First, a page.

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Hooray for Larry Flynt?

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  • By Howard Kurtz
    Washington Post Staff Writer
    Monday, January 25, 1999; Page C1

    In ordinary times, one might expect the public to take a dim view of a flamboyant pornographer paying six-figure sums for sexual dirt on prominent politicians.

    These are clearly not ordinary times.

    In a Washington Post survey, four in 10 of those questioned said they approved of what Larry Flynt is doing in revealing extramarital affairs by Republicans. Fifty-seven percent said they disapproved of the Hustler publisher's efforts.

    As for the role of the press, nearly half -- 46 percent -- said that news organizations should report the names of members of Congress who are found by Flynt to have had affairs. Fifty-two percent said they should not.

    The findings are striking because many Americans often accuse the press of unfairly invading the privacy of public officials, and are often suspicious of those who pay for salacious information. But the Clinton scandal has been so polarizing that the usual knee-jerk responses appear to be scrambled by feelings about the impeachment process.

    Respondents were told that Flynt "has revealed the names of some Republicans in Congress who have had extramarital affairs, saying they deserve such scrutiny because of their investigation of President Clinton's conduct in the Lewinsky matter. Do you approve or disapprove of what Flynt is doing?"

    The demographic breakdown is interesting. Women disapproved of Flynt's conduct by an almost 2-to-1 margin, 64 percent to 34 percent. But men were almost evenly split, with 48 percent approving and 50 percent disapproving. Age is also a factor; seven in 10 of those over 50 were disapproving of Flynt's campaign.

    More predictably, those surveyed divided along partisan lines. Democrats narrowly approved of Flynt's approach, 51 percent to 46 percent. Republicans disapproved by a whopping 76 percent to 22 percent. Similarly, 56 percent of the Democrats said the press should publish the names of those accused of adultery, while 65 percent of the Republicans disagreed. (The survey of 1,010 people was conducted Jan. 15-19, with a margin of error of plus or minus 3 percentage points.)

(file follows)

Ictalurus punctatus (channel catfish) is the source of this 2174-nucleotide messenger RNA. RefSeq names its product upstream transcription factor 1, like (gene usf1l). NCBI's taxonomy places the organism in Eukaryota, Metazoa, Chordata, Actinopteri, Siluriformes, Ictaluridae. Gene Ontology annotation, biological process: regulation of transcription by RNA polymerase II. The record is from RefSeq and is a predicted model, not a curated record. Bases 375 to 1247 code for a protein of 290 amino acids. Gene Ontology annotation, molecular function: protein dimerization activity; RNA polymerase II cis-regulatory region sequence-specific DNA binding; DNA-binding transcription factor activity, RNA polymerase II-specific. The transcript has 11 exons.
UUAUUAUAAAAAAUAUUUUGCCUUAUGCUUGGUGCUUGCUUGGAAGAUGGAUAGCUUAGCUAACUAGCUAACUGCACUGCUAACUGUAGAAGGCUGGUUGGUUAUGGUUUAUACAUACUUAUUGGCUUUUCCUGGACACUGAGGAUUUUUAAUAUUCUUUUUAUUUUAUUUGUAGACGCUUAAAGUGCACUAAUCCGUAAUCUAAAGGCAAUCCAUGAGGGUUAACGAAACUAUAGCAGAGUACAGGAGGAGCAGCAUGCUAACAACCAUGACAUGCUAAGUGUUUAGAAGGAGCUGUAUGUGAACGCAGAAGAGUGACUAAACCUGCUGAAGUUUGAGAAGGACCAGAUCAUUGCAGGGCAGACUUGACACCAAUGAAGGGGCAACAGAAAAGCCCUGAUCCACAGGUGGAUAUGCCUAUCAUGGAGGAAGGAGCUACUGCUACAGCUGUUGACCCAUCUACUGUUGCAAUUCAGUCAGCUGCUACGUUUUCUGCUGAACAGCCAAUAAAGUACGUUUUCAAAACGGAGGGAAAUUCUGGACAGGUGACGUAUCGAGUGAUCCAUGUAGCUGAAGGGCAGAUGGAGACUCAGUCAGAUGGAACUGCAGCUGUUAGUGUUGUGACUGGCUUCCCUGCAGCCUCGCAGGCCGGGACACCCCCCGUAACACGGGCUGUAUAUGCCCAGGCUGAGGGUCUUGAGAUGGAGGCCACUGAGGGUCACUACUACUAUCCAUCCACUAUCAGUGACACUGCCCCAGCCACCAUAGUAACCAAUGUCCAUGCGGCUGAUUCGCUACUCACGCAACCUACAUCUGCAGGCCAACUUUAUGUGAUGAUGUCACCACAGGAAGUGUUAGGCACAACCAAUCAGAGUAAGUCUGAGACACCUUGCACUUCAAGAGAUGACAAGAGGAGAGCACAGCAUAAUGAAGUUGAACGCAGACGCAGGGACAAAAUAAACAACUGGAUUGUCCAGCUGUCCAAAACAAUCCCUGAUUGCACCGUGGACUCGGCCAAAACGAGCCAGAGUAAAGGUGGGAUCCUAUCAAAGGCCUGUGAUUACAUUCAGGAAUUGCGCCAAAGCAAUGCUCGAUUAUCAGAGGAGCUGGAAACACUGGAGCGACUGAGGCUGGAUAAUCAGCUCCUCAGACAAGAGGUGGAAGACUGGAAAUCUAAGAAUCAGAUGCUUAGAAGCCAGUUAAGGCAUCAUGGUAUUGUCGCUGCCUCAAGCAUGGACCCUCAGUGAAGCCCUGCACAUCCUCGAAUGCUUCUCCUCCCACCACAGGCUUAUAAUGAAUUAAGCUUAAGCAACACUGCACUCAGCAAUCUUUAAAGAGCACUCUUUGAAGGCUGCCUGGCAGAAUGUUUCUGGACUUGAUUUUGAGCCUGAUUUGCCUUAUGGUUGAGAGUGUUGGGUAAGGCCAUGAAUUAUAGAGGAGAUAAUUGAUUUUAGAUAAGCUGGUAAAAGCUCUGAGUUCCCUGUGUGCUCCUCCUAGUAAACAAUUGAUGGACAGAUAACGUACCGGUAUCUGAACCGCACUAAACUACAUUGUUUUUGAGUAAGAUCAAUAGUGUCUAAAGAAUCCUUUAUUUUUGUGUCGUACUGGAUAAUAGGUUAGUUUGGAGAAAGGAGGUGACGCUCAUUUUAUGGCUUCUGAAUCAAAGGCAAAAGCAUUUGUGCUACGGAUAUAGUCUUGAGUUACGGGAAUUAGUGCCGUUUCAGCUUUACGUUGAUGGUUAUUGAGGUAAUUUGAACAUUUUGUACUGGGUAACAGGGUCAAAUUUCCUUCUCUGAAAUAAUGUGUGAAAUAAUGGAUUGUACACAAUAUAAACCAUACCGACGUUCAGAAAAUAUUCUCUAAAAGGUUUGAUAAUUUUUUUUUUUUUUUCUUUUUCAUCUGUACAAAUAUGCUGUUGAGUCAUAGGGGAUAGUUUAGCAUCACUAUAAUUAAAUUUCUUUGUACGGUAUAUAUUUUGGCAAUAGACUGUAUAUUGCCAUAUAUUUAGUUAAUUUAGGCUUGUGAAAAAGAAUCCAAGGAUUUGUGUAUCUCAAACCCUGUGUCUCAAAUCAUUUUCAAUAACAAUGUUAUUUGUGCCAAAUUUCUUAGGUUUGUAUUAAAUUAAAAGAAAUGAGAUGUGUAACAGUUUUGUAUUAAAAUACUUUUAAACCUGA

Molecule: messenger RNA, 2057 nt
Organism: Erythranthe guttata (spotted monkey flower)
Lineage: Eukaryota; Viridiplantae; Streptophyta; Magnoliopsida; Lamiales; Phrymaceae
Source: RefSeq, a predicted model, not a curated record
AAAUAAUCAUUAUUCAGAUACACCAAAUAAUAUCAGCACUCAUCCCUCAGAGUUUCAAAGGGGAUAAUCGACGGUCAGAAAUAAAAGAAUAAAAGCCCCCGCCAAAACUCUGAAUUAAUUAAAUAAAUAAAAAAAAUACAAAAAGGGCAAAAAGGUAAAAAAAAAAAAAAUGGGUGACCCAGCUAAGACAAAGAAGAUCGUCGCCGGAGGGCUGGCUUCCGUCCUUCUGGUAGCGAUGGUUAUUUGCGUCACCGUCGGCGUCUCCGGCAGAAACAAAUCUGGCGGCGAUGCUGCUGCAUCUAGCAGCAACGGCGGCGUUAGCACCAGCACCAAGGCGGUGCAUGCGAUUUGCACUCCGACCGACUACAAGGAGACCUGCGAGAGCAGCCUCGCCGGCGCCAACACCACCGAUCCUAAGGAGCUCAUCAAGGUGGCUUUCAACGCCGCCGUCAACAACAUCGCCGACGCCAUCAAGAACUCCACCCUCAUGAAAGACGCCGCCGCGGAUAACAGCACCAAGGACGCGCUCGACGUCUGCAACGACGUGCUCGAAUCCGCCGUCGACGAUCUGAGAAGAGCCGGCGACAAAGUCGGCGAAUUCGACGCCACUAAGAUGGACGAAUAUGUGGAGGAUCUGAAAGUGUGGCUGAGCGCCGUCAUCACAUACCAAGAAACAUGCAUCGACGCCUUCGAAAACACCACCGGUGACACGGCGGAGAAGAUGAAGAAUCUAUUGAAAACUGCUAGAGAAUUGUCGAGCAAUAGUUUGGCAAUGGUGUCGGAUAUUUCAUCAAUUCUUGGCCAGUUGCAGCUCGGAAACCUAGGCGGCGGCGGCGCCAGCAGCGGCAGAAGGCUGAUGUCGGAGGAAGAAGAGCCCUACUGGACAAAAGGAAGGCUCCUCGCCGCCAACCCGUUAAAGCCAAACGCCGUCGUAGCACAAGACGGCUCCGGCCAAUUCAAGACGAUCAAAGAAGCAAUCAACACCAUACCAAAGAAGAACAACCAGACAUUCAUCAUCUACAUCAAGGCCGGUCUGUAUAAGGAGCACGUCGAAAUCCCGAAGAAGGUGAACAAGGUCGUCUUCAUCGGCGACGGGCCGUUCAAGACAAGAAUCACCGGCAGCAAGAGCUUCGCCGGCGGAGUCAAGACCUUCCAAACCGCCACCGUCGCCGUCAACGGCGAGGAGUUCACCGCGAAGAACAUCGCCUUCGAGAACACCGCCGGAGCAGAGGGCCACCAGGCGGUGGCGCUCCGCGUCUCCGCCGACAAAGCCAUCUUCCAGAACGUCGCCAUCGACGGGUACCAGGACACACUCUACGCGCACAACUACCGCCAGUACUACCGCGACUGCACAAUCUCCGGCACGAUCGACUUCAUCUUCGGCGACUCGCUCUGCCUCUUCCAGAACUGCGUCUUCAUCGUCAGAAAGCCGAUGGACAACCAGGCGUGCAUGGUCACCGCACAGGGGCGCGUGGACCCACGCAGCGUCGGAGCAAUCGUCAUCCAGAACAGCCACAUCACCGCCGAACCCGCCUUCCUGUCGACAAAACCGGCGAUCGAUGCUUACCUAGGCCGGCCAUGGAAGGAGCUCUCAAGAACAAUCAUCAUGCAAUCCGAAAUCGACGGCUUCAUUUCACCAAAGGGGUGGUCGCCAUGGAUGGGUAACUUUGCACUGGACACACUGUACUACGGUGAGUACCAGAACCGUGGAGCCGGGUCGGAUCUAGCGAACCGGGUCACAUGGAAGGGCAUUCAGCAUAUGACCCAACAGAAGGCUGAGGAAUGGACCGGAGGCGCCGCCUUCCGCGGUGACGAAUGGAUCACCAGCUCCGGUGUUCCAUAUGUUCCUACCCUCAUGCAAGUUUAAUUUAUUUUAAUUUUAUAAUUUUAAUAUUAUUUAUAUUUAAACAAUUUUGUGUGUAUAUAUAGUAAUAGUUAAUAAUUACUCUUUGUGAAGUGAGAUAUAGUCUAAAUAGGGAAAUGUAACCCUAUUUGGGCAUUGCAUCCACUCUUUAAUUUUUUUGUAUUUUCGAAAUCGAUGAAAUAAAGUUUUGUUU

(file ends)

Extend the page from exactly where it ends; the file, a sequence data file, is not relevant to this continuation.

Some of those rooting for Flynt are passionately in his corner, if a recent stream of letters and e-mails to a Post reporter is any indication.

    "Hooray for him!! I am so glad he is exposing the hypocrisy of the Republicans!" wrote a Woodland, Calif., woman.

    "He is doing the job the mainstream media should be doing -- exposing the hypocrisy of elected officials. . . . Thank God for Larry Flynt," said Leeor Bar-Haim of Washington.

    "Without his tactics we may not know about the antics of the arrogant congressmen passing judgment on others," said Bob Cosby of Fort Worth.

    "As Larry Flynt has just proven, who amongst us is clean enough to cast stones or judge the color of a rival party's laundry?" said Guillermo Ruggiero of North Providence, R.I.

    Republican National Committee spokesman Clifford May called the poll findings "disturbing," saying that Flynt "is trying to intimidate members of Congress, to get them to change their vote on an investigation, by threatening to embarrass them if they speak their mind." He accused journalists of "a striking deterioration in standards from the time the press didn't want to cover the Gennifer Flowers story because it was published in a tabloid newspaper."

    At the very least, Flynt has seized the limelight. In a Pew Research Center poll, 48 percent could name Flynt as the publisher paying for information on infidelities by members of Congress -- compared with 19 percent who could name Chief Justice William Rehnquist as the man presiding over the Senate impeachment trial.

    Blonde Ambition